POPULATION313,847,465 (July 2012 est.)
GDP PER CAPITA$49,000 (2011 est.)
RELIGIONSProtestant 51.3%, Roman Catholic 23.9%, Mormon 1.7%, other Christian 1.6%, Jewish 1.7%, Buddhist 0.7%, Muslim 0.6%, other or unspecified 2.5%, unaffiliated 12.1%, none 4% (2007 est.)
ALSO IN U.S. AND CANADACanada
AT THE CENTER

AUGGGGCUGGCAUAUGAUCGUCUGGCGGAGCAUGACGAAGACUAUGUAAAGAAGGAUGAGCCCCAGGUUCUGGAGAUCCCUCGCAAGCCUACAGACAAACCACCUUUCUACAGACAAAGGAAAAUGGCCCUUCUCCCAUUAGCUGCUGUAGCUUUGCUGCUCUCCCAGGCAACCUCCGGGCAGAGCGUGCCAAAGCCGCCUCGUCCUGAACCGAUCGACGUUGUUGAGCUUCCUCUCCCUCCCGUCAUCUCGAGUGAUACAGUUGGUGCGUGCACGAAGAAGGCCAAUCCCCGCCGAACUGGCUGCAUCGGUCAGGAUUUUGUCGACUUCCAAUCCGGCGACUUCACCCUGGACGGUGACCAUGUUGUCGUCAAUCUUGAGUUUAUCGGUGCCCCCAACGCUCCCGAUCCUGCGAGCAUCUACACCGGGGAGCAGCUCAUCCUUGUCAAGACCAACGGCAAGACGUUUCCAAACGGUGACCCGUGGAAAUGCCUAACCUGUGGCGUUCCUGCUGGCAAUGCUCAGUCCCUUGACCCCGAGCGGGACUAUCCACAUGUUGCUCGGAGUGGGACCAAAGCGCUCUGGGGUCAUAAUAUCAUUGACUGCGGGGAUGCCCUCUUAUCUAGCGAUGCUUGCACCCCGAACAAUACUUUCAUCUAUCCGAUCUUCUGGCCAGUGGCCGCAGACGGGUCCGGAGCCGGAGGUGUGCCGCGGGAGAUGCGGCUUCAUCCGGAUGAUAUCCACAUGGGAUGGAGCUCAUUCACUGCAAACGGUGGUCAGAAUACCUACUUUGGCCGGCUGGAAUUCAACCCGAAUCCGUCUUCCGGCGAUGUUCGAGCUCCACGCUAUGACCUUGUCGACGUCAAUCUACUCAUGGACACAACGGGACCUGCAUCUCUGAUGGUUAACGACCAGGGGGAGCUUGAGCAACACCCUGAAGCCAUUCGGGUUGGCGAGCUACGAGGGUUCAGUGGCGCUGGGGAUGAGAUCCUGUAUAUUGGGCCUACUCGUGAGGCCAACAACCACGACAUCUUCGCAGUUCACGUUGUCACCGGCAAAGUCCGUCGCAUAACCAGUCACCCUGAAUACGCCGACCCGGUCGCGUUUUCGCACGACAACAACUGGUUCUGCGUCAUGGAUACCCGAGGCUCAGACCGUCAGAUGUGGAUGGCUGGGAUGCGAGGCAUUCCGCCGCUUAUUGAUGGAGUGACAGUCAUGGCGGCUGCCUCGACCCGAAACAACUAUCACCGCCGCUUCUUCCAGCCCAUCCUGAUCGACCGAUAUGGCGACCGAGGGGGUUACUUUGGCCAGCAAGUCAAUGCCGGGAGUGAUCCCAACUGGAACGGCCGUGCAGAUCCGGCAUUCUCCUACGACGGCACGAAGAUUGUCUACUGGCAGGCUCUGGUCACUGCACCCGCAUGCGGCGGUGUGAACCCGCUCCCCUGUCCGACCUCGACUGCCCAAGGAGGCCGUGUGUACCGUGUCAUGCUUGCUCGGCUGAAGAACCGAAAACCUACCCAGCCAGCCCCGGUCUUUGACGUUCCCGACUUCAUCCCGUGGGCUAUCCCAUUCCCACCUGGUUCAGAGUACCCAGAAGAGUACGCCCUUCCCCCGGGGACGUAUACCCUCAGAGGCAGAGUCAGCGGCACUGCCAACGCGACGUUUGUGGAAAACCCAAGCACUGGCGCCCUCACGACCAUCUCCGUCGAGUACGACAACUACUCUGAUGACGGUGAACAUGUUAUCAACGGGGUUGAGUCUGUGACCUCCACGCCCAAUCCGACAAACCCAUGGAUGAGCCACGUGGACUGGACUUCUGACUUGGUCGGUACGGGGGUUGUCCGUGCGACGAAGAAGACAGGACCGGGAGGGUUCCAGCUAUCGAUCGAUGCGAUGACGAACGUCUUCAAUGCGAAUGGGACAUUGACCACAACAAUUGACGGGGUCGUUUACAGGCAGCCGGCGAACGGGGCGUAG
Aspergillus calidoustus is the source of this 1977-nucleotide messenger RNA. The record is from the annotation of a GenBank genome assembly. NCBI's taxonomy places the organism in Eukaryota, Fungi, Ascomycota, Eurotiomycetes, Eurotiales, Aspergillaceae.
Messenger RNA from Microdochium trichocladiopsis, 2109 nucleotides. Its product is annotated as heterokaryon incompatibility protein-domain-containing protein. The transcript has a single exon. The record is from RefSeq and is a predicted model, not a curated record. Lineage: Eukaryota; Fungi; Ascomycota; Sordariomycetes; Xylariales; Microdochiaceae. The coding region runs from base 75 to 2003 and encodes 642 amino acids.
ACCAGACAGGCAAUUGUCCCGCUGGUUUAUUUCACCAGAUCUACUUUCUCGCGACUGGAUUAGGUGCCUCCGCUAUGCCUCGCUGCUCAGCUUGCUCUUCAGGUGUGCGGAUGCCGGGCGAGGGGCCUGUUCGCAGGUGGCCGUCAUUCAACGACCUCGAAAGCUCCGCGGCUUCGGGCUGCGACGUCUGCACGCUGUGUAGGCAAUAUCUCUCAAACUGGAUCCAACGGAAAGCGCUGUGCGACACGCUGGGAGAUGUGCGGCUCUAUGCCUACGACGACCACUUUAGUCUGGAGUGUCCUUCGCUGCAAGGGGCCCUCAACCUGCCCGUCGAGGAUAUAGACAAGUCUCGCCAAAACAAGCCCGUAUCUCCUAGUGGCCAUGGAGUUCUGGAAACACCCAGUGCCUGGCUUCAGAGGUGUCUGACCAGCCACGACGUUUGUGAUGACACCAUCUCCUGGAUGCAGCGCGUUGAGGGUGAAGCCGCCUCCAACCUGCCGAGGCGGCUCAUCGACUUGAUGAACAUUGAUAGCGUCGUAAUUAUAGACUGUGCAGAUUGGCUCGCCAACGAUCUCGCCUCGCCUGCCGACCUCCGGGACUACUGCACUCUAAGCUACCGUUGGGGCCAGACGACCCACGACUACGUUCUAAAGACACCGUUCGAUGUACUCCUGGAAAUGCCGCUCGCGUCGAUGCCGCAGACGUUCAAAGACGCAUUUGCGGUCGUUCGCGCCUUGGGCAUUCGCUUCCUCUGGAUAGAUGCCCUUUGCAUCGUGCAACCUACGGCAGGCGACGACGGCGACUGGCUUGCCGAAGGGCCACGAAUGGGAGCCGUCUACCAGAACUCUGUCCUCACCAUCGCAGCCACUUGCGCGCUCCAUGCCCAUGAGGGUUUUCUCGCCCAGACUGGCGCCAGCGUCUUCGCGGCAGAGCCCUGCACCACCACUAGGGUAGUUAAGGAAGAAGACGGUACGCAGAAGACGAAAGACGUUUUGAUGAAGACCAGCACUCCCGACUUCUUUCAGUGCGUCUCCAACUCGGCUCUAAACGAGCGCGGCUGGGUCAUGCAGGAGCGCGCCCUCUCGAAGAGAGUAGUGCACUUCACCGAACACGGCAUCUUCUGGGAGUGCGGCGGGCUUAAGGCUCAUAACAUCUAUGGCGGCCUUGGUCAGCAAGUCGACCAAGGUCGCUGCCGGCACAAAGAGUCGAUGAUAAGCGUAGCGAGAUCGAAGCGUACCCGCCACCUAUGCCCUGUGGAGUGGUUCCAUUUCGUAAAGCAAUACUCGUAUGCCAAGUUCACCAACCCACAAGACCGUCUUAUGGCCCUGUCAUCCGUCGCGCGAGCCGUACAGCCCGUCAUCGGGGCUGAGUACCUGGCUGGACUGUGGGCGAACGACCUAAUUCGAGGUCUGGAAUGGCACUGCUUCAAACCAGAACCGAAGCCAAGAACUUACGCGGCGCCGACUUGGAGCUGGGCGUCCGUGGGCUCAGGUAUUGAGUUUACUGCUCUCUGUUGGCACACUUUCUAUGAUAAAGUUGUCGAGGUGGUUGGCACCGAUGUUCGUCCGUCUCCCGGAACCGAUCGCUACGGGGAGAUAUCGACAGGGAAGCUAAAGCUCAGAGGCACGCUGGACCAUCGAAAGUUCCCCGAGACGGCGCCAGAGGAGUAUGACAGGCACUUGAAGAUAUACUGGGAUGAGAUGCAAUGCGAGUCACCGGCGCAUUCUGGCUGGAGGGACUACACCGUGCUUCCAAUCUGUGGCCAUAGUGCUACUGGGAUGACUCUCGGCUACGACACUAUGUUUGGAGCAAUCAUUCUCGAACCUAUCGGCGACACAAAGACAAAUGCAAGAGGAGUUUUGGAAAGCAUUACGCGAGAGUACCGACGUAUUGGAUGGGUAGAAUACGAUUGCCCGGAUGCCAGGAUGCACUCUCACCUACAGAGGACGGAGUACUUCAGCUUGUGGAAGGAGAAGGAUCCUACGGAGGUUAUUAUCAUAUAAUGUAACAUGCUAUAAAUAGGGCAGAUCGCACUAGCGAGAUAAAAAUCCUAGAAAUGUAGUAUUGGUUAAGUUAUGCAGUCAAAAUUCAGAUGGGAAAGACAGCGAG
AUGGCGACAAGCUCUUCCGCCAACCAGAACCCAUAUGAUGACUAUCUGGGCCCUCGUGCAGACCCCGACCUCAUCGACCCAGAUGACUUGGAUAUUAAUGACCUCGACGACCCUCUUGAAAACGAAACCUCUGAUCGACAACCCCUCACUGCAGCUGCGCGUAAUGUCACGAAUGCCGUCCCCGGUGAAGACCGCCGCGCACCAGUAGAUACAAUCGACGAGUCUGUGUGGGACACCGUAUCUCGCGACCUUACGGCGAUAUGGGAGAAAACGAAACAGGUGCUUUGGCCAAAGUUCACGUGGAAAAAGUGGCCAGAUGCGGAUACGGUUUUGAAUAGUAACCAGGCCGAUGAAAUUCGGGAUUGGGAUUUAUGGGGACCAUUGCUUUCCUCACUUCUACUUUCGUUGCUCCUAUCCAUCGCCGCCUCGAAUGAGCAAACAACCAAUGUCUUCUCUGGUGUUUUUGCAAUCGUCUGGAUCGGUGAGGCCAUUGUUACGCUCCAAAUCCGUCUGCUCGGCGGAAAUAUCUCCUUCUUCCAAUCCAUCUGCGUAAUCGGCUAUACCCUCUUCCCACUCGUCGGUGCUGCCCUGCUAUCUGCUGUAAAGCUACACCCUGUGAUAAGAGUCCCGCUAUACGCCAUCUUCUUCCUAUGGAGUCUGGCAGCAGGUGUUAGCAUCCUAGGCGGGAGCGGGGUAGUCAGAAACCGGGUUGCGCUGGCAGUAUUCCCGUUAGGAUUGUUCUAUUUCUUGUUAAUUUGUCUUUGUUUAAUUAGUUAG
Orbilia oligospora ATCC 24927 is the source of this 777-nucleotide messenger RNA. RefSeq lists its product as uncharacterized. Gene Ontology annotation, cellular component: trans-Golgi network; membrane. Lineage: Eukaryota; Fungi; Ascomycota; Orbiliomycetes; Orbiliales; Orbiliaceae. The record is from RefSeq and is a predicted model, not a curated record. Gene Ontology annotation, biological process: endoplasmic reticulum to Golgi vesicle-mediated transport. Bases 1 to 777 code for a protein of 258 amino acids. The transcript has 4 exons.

The United States is a secular democracy with a culture rooted in its majority Christian tradition. Religious dissidents from Europe, particularly Puritans from England, were among the first North American settlers in the 17th and 18th centuries. The Declaration of Independence (1776), which marked a break with the British Crown, invoked an Enlightenment Deism, while the first amendment to the Constitution of 1789 both prohibited the establishment of religion and protected religion’s free exercise. High levels of religious diversity and observance have remained distinctive features of American society; even as waves of Catholic immigration from the 19th century onward have diluted the Protestant majority, Jewish and, more recently, Muslim minorities have assumed a more visible role in American society. With the exception of John F. Kennedy, a Catholic, all U.S. presidents have been Protestants. The engagement of religious communities in politics, which has increased since the rise of Evangelical Christianity in the 1980s, often centers on values issues such as abortion and homosexuality.